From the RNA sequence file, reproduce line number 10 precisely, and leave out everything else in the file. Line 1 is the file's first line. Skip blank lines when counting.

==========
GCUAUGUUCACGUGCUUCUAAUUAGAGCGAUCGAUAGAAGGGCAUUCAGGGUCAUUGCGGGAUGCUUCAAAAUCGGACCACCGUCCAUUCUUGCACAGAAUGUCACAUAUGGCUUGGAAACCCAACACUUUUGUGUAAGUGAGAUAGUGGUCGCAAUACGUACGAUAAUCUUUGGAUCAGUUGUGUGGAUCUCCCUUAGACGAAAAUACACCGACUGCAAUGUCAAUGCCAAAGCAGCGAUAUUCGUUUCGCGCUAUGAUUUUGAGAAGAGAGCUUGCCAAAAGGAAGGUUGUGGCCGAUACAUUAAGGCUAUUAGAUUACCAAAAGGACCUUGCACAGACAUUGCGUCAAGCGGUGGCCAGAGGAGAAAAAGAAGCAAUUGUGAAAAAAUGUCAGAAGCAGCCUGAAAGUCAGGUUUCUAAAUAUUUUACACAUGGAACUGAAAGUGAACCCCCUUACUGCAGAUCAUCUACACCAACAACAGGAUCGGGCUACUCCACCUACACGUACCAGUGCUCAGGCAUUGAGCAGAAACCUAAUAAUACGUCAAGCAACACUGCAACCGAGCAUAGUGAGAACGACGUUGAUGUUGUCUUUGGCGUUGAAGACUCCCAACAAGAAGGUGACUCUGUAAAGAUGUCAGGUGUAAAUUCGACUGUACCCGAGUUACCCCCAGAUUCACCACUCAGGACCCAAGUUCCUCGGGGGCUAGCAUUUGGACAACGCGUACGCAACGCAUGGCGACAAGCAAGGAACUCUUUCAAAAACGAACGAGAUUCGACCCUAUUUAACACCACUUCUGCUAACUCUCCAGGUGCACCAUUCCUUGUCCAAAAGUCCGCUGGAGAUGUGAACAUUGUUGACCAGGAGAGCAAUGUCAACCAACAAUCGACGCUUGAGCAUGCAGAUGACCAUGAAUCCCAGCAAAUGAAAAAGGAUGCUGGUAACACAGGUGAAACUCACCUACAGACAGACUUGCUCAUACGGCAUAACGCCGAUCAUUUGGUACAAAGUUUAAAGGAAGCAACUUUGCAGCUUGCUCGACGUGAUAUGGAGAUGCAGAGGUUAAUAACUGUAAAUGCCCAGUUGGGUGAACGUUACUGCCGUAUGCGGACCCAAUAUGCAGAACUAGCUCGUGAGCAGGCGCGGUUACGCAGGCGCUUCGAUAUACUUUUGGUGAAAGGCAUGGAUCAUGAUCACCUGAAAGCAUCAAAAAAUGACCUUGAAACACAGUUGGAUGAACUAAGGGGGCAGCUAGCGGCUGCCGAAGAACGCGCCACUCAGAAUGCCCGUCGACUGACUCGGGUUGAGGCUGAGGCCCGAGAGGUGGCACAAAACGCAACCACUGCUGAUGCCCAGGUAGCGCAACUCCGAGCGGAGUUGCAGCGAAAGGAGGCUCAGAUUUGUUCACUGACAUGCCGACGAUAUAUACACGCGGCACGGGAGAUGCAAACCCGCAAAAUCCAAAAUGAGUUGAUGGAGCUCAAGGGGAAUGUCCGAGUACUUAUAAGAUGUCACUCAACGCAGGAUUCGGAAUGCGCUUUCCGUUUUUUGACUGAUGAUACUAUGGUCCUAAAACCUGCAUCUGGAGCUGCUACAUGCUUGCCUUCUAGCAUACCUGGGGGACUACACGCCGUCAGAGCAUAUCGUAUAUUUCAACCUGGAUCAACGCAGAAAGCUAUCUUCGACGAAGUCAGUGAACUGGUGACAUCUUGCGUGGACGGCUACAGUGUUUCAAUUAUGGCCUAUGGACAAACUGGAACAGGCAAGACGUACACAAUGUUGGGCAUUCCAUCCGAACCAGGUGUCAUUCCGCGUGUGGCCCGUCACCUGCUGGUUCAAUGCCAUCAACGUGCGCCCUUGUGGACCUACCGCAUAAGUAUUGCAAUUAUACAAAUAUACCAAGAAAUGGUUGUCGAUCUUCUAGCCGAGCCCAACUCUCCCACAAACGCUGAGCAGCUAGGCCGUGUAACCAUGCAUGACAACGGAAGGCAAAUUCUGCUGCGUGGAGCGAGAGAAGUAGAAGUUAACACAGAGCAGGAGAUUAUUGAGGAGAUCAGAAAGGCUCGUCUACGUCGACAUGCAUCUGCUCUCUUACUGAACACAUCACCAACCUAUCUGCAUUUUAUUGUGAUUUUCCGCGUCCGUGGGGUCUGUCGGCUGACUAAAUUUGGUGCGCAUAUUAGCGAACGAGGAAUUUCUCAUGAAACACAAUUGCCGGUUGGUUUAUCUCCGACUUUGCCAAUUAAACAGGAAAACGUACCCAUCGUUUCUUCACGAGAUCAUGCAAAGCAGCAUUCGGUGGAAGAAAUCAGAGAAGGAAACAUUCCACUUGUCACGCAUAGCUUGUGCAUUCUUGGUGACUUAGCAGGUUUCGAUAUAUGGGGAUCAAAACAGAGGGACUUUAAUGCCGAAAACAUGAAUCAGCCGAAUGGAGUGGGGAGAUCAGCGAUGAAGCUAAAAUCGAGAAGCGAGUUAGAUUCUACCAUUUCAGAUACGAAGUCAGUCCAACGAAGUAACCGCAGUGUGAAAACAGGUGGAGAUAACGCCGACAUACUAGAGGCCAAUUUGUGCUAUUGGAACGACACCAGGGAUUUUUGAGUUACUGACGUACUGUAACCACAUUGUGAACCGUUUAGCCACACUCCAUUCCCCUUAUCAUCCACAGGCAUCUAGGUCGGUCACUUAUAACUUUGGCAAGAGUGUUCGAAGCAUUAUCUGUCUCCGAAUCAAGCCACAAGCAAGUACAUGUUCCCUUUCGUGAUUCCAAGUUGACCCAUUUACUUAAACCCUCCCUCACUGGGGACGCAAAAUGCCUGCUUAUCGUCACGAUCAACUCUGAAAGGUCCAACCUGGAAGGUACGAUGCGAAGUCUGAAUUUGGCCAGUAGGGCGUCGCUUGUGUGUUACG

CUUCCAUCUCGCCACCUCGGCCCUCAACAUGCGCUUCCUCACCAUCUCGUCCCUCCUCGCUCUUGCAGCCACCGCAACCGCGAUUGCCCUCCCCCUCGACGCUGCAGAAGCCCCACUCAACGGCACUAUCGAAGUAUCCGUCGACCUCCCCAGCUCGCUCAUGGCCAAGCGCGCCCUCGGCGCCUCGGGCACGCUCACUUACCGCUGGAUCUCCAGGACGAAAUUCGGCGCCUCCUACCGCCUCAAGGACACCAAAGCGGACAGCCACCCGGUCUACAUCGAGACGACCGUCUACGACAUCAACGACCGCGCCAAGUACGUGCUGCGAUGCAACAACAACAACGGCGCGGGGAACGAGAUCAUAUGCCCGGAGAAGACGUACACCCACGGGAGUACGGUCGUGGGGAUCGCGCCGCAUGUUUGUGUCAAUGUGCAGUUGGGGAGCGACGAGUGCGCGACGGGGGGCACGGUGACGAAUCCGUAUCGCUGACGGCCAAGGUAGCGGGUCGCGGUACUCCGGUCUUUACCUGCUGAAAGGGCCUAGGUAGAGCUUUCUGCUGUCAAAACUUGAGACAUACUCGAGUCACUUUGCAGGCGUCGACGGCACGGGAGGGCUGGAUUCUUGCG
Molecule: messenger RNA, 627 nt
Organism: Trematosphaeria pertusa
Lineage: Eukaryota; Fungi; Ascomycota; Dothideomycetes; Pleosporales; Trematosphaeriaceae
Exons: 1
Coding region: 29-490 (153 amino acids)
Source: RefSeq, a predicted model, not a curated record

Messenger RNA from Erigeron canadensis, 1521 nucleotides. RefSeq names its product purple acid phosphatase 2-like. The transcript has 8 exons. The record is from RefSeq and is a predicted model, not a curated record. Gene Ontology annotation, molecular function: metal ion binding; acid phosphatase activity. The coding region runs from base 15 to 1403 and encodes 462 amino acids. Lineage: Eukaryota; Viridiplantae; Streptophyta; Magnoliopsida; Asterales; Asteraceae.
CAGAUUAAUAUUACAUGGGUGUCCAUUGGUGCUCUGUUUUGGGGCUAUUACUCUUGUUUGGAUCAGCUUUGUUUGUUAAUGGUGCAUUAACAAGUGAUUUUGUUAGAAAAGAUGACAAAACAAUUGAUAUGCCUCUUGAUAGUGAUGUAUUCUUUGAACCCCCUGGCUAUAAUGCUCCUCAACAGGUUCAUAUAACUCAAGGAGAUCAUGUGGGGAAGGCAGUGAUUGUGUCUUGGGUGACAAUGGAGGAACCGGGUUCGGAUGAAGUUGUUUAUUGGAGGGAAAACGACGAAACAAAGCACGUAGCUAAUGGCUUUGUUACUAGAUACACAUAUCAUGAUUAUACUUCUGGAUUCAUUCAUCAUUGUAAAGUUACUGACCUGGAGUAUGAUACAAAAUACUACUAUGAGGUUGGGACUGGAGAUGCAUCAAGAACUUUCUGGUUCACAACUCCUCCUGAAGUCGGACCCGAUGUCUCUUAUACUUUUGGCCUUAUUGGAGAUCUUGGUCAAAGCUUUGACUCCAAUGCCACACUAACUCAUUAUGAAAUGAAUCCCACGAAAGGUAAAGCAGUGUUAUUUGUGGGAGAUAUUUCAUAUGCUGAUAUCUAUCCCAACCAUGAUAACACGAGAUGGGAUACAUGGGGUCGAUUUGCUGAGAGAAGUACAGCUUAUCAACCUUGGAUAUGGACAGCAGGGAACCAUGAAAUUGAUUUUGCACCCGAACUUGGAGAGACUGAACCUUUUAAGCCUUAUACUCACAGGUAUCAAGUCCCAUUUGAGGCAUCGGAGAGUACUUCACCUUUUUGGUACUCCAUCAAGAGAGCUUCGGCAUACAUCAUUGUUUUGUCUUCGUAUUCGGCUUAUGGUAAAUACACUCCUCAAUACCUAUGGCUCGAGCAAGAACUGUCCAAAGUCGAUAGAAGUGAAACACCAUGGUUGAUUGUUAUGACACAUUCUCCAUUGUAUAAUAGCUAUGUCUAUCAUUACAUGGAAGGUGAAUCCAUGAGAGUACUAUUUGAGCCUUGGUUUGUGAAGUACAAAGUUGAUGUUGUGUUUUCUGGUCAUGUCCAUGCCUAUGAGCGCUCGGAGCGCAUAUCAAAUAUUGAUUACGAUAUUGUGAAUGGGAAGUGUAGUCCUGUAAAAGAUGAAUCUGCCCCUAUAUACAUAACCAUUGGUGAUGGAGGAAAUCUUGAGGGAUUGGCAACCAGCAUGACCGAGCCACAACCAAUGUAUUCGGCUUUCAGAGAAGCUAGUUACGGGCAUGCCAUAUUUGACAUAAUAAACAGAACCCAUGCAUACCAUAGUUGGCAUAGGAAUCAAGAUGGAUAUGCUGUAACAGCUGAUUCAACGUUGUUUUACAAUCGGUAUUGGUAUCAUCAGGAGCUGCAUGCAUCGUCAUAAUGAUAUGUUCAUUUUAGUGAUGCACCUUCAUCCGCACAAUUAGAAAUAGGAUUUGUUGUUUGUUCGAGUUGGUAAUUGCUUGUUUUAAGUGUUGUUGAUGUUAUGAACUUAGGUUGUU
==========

CAGAUUAAUAUUACAUGGGUGUCCAUUGGUGCUCUGUUUUGGGGCUAUUACUCUUGUUUGGAUCAGCUUUGUUUGUUAAUGGUGCAUUAACAAGUGAUUUUGUUAGAAAAGAUGACAAAACAAUUGAUAUGCCUCUUGAUAGUGAUGUAUUCUUUGAACCCCCUGGCUAUAAUGCUCCUCAACAGGUUCAUAUAACUCAAGGAGAUCAUGUGGGGAAGGCAGUGAUUGUGUCUUGGGUGACAAUGGAGGAACCGGGUUCGGAUGAAGUUGUUUAUUGGAGGGAAAACGACGAAACAAAGCACGUAGCUAAUGGCUUUGUUACUAGAUACACAUAUCAUGAUUAUACUUCUGGAUUCAUUCAUCAUUGUAAAGUUACUGACCUGGAGUAUGAUACAAAAUACUACUAUGAGGUUGGGACUGGAGAUGCAUCAAGAACUUUCUGGUUCACAACUCCUCCUGAAGUCGGACCCGAUGUCUCUUAUACUUUUGGCCUUAUUGGAGAUCUUGGUCAAAGCUUUGACUCCAAUGCCACACUAACUCAUUAUGAAAUGAAUCCCACGAAAGGUAAAGCAGUGUUAUUUGUGGGAGAUAUUUCAUAUGCUGAUAUCUAUCCCAACCAUGAUAACACGAGAUGGGAUACAUGGGGUCGAUUUGCUGAGAGAAGUACAGCUUAUCAACCUUGGAUAUGGACAGCAGGGAACCAUGAAAUUGAUUUUGCACCCGAACUUGGAGAGACUGAACCUUUUAAGCCUUAUACUCACAGGUAUCAAGUCCCAUUUGAGGCAUCGGAGAGUACUUCACCUUUUUGGUACUCCAUCAAGAGAGCUUCGGCAUACAUCAUUGUUUUGUCUUCGUAUUCGGCUUAUGGUAAAUACACUCCUCAAUACCUAUGGCUCGAGCAAGAACUGUCCAAAGUCGAUAGAAGUGAAACACCAUGGUUGAUUGUUAUGACACAUUCUCCAUUGUAUAAUAGCUAUGUCUAUCAUUACAUGGAAGGUGAAUCCAUGAGAGUACUAUUUGAGCCUUGGUUUGUGAAGUACAAAGUUGAUGUUGUGUUUUCUGGUCAUGUCCAUGCCUAUGAGCGCUCGGAGCGCAUAUCAAAUAUUGAUUACGAUAUUGUGAAUGGGAAGUGUAGUCCUGUAAAAGAUGAAUCUGCCCCUAUAUACAUAACCAUUGGUGAUGGAGGAAAUCUUGAGGGAUUGGCAACCAGCAUGACCGAGCCACAACCAAUGUAUUCGGCUUUCAGAGAAGCUAGUUACGGGCAUGCCAUAUUUGACAUAAUAAACAGAACCCAUGCAUACCAUAGUUGGCAUAGGAAUCAAGAUGGAUAUGCUGUAACAGCUGAUUCAACGUUGUUUUACAAUCGGUAUUGGUAUCAUCAGGAGCUGCAUGCAUCGUCAUAAUGAUAUGUUCAUUUUAGUGAUGCACCUUCAUCCGCACAAUUAGAAAUAGGAUUUGUUGUUUGUUCGAGUUGGUAAUUGCUUGUUUUAAGUGUUGUUGAUGUUAUGAACUUAGGUUGUU